Mexico’s Pemex Blast Kills 24, Death Toll Is Expected to Rise

Pemex CEO Jose Antonio Gonzalez Anaya told local television it was unclear what caused the accident.

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Mexican navy marines form a cordon in front of workers and relatives trying to obtain information outside the Pajaritos petrochemical complex in Coatzacoalcos, Mexico, Thursday, April 21, 2016. (Photo: AP)

Twenty-four people died after a leak caused a deadly petrochemical plant blast, and the death toll could still rise, Mexican oil giant Pemex said on Thursday. The blast is the latest in a series of fatal accidents to batter the company.

Pemex CEO Jose Antonio Gonzalez Anaya, who traveled to the site of Wednesday’s blast near the port of Coatzacoalcos, one of Pemex’s top oil export hubs, told local television it was unclear what caused the accident.

The massive explosion at the facility’s chlorinate 3 plant in the Gulf state of Veracruz also injured 136 people, 13 of them seriously. Another 18 people were unaccounted for, and one badly damaged part of the plant had yet to be scoured.

We know there was a leak, what we don’t know is why, but everything points to an accident.
Jose Antonio Gonzalez Anaya, Pemex CEO

He shared an updated death toll at a press conference late on Thursday, adding that remediation of the site could take up to a year. He denied the blast was tied to the economic problems of Pemex, which is trying to stem sliding output and slash costs as it creaks under the pressure of low crude prices.

The sharp odor of ammonia filled the air and the plants’ turbines still streamed gray smoke on Thursday afternoon, where local and municipal police, as well as marines, blocked the entrance to the facility.

Mexican army soldiers wearing protective face masks stand guard at an entrance of the Pajaritos petrochemical complex in Coatzacoalcos, Mexico, Thursday, 21 April 2016. (Photo: AP)
Mexican army soldiers wearing protective face masks stand guard at an entrance of the Pajaritos petrochemical complex in Coatzacoalcos, Mexico, Thursday, 21 April 2016. (Photo: AP)

Most officials wore blue face masks to protect against the fumes while family members crowded around, their faces uncovered, demanding more information on missing relatives and at times throwing objects at the officials or pushing them. Others held hands and prayed for the missing and dead.

Relatives of missing workers of a nearby petrochemical plant of the state oil company Petroleos Mexicanos ( Pemex ) pray as they wait for news about their loved ones outside the local hospital in Coatzacoalcos, Mexico, late Wednesday, 20 April  2016. (Photo: AP)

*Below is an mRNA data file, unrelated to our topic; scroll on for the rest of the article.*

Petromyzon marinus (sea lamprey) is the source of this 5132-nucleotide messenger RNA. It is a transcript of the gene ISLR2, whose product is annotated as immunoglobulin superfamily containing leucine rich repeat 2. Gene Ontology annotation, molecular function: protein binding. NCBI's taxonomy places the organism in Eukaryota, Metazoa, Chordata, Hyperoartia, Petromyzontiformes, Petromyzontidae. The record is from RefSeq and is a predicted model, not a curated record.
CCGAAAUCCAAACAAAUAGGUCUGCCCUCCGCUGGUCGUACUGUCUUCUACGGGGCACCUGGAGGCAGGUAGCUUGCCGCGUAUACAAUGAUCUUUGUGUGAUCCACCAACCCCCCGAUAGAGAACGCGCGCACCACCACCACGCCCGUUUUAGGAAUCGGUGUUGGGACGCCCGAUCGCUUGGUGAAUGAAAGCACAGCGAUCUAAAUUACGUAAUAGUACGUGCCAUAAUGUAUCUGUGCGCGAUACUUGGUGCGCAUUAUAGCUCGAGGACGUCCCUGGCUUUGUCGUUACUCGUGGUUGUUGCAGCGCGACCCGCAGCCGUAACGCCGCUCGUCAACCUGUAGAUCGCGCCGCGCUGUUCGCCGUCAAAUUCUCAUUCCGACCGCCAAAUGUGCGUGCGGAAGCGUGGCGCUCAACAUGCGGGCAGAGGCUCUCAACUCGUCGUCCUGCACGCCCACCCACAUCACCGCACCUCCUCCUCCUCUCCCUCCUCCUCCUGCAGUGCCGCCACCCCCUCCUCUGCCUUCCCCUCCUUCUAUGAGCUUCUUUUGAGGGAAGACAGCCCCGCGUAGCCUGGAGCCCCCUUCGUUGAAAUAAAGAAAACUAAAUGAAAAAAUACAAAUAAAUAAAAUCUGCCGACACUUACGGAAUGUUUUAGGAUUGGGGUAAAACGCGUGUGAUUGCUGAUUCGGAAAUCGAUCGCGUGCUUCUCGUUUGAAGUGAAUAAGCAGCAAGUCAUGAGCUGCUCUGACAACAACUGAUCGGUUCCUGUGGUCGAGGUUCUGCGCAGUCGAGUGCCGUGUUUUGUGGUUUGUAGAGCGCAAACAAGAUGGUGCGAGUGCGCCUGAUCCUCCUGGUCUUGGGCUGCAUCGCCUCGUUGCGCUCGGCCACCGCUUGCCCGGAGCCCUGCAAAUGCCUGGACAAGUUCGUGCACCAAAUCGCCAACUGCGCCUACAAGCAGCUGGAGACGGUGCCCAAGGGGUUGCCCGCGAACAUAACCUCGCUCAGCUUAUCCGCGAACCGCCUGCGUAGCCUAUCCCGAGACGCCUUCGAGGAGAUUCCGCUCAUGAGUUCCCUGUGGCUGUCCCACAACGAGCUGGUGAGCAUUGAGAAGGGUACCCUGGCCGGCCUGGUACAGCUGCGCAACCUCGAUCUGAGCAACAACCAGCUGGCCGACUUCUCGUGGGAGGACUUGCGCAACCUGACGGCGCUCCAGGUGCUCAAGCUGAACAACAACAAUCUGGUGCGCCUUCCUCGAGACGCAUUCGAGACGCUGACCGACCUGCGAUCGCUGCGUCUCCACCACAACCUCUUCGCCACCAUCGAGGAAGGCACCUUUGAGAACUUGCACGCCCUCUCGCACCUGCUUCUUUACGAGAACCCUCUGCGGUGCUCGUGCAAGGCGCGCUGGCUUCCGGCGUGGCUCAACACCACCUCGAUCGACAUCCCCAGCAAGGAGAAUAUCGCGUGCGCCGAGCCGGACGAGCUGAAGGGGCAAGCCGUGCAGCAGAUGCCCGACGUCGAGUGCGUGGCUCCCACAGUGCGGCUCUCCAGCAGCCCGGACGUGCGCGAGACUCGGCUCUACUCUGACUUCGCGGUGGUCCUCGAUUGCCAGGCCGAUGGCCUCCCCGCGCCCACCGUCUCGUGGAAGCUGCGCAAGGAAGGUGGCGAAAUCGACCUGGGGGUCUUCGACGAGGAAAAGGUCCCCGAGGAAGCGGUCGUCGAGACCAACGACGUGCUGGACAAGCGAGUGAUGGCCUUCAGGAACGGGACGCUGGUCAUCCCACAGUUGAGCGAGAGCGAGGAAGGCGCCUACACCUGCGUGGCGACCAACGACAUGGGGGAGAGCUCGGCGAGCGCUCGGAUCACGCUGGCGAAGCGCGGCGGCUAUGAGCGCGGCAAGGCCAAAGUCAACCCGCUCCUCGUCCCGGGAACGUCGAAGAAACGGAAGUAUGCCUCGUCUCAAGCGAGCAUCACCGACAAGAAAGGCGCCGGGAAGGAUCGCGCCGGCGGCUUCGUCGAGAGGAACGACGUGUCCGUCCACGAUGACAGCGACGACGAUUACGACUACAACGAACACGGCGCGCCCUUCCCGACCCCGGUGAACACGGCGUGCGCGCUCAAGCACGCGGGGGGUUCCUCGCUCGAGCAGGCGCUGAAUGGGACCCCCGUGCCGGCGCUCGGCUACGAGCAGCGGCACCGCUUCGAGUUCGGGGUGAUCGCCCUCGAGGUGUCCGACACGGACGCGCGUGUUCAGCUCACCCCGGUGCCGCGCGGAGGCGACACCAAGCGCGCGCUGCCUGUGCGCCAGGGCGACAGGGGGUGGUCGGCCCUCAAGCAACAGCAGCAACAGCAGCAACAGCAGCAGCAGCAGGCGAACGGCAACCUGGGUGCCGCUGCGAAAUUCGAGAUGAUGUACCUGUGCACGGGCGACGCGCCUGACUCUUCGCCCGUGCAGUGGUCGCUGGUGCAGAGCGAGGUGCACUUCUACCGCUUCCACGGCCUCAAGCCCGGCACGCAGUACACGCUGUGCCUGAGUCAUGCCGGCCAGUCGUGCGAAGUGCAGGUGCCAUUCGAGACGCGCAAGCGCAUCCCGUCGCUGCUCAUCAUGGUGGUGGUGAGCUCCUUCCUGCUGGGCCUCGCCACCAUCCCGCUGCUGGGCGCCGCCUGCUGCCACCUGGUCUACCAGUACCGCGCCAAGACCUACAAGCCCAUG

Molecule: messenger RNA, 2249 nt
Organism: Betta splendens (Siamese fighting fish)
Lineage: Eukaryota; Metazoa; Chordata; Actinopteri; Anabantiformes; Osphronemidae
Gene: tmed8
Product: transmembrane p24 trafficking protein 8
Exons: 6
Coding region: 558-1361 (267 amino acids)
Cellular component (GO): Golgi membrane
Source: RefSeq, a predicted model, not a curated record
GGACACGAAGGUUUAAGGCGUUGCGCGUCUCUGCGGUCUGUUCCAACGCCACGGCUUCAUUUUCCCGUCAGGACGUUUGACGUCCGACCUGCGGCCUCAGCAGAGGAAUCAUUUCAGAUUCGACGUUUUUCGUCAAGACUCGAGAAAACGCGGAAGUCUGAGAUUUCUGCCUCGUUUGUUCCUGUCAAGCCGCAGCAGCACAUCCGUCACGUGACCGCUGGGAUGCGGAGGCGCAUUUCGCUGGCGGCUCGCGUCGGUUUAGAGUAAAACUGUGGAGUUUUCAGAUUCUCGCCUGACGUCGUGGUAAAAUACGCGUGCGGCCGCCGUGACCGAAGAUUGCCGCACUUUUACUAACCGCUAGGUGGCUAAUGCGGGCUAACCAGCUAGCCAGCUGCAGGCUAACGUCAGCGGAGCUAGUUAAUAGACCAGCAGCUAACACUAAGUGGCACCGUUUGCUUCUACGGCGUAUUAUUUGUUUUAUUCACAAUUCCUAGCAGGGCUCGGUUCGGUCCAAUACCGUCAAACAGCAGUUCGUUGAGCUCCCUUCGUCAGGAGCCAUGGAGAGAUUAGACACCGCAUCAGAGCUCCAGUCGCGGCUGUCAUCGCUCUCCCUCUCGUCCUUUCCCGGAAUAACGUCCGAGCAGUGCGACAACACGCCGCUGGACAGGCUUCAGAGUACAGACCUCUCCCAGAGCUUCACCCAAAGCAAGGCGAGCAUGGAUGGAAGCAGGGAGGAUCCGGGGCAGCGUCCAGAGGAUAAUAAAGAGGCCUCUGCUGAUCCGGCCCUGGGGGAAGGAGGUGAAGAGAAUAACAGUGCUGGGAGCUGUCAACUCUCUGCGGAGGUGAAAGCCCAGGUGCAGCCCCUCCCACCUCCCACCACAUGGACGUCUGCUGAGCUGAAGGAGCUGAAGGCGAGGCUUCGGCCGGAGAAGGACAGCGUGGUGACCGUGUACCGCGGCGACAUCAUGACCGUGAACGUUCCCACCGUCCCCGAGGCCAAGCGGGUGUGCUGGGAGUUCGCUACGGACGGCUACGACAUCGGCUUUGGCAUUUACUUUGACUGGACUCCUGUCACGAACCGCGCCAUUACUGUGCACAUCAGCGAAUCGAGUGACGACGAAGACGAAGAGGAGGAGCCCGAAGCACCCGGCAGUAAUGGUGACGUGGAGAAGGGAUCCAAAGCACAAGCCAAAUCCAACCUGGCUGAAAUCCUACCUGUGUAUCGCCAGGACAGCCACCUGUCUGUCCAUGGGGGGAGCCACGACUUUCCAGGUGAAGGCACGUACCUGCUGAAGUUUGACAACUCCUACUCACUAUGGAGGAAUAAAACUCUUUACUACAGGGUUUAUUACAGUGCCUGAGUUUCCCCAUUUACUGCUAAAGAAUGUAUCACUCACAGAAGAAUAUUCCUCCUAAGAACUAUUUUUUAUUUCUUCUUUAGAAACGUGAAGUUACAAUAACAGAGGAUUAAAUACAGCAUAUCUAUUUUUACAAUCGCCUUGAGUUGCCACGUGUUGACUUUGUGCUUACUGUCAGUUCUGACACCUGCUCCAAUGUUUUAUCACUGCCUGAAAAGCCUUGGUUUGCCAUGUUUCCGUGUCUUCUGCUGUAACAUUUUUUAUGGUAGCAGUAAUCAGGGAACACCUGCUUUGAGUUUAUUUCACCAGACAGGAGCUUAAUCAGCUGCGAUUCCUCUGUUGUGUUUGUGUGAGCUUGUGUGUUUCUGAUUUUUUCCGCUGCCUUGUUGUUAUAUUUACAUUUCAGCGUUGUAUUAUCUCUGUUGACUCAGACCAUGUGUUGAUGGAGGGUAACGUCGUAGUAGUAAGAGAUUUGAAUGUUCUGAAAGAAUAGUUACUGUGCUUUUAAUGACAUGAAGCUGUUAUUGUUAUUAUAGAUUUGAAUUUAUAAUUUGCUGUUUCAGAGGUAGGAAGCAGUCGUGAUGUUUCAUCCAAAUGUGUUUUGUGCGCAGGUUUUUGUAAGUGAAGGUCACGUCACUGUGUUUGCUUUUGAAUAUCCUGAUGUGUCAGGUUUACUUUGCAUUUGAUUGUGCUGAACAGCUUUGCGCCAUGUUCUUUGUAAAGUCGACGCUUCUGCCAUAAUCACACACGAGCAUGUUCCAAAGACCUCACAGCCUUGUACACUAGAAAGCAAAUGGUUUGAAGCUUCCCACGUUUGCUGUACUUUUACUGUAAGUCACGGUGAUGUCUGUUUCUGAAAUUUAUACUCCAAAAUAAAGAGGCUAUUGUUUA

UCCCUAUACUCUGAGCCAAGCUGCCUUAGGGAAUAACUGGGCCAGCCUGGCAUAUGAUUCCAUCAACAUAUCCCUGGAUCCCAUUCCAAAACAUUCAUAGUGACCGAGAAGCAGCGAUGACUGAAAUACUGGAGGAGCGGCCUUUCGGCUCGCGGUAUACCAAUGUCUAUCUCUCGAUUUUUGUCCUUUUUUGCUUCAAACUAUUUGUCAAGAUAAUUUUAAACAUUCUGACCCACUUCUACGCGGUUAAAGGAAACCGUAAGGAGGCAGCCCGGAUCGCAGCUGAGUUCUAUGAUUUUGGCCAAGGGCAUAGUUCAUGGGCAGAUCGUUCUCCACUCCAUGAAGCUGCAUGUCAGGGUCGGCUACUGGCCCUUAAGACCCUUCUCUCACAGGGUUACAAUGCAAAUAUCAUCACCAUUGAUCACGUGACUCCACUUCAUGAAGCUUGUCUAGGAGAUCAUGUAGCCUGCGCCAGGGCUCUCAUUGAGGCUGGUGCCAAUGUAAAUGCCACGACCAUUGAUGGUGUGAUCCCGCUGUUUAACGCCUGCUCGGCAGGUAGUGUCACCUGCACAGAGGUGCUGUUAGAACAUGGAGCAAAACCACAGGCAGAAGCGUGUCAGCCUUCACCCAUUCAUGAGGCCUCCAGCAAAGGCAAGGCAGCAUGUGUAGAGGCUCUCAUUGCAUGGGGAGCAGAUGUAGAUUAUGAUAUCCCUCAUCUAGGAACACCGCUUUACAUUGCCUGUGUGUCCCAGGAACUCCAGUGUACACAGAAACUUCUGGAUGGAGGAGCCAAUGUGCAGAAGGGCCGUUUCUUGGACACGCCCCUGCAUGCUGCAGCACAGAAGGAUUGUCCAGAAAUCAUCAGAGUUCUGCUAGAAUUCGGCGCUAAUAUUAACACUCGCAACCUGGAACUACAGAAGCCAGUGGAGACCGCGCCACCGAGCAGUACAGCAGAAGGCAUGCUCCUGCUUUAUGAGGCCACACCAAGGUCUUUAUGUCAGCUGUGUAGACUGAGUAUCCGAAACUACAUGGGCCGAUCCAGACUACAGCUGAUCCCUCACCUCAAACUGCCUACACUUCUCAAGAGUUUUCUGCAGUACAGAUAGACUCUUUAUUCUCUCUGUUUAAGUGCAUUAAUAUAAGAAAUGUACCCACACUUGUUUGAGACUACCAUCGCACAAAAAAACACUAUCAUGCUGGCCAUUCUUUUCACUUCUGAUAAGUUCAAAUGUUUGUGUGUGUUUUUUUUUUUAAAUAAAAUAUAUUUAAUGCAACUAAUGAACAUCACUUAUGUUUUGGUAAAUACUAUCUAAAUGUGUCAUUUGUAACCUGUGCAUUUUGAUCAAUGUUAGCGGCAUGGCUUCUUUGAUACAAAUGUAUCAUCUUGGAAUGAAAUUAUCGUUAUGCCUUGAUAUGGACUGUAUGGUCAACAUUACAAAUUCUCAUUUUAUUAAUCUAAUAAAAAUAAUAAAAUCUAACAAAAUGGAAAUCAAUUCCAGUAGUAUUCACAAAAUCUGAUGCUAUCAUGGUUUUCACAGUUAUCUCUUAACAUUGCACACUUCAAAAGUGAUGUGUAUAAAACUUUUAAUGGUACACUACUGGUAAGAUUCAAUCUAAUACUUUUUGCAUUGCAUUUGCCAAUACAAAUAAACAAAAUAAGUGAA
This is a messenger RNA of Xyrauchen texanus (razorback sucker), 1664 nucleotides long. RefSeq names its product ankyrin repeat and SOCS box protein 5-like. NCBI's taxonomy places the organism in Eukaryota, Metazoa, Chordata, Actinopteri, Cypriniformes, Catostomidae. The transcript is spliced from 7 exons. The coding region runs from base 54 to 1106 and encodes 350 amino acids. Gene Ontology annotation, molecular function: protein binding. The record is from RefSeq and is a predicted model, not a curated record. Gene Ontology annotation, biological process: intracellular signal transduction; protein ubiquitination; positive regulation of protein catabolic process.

Relatives of missing workers of a nearby petrochemical plant of the state oil company Petroleos Mexicanos ( Pemex ) pray as they wait for news about their loved ones outside the local hospital in Coatzacoalcos, Mexico, late Wednesday, 20 April 2016. (Photo: AP)
We are desperate because no-one is coming out to show their face. They told us we were breathing toxins and we should leave. But ... if we leave, they could make the bodies disappear.
Ancelma Cordero, whose 21-year-old brother is one of the missing

She said she had been waiting since the prior night and her head was starting to hurt.

Calling it a “tragic accident”, President Enrique Pena Nieto headed to the region late Thursday to tour the facility with local officials and speak with victims and their families.

The blast occurred at a vinyl petrochemical plant that is a joint venture between Pemex’s petrochemical unit and majority owner Mexican plastic pipe maker Mexichem. Pemex operates the larger petrochemical complex where the plant was located, known as Pajaritos.

Rosa Villalobos stands in front of army soldiers as she holds up a photo of her son, Luis Alfonso Ruiz, 25, (on the right of the photo), as she tries to get information on his whereabouts outside one of the main entrances to the Pajaritos petrochemical complex in the city of Coatzacoalcos, Mexico, Thursday, 21 April 2016. (Photo: AP)
Rosa Villalobos stands in front of army soldiers as she holds up a photo of her son, Luis Alfonso Ruiz, 25, (on the right of the photo), as she tries to get information on his whereabouts outside one of the main entrances to the Pajaritos petrochemical complex in the city of Coatzacoalcos, Mexico, Thursday, 21 April 2016. (Photo: AP)

The plant produces some 900 tons a day of vinyl chloride monomer, also known as chloroethene, an industrial chemical used to produce plastic piping. The joint venture had forecast sales of $260 million this year.

Shares in Mexichem closed 5.2 percent lower on Thursday.

In February, a fire killed a worker at the same plant.

In 2013, at least 37 people were killed by a blast at its Mexico City headquarters, and 26 people died in a fire at a Pemex natural gas facility in northern Mexico in September 2012.

A 2015 fire at its Abkatun Permanente platform in the oil-rich Bay of Campeche affected oil output and cost the company up to $780 million.

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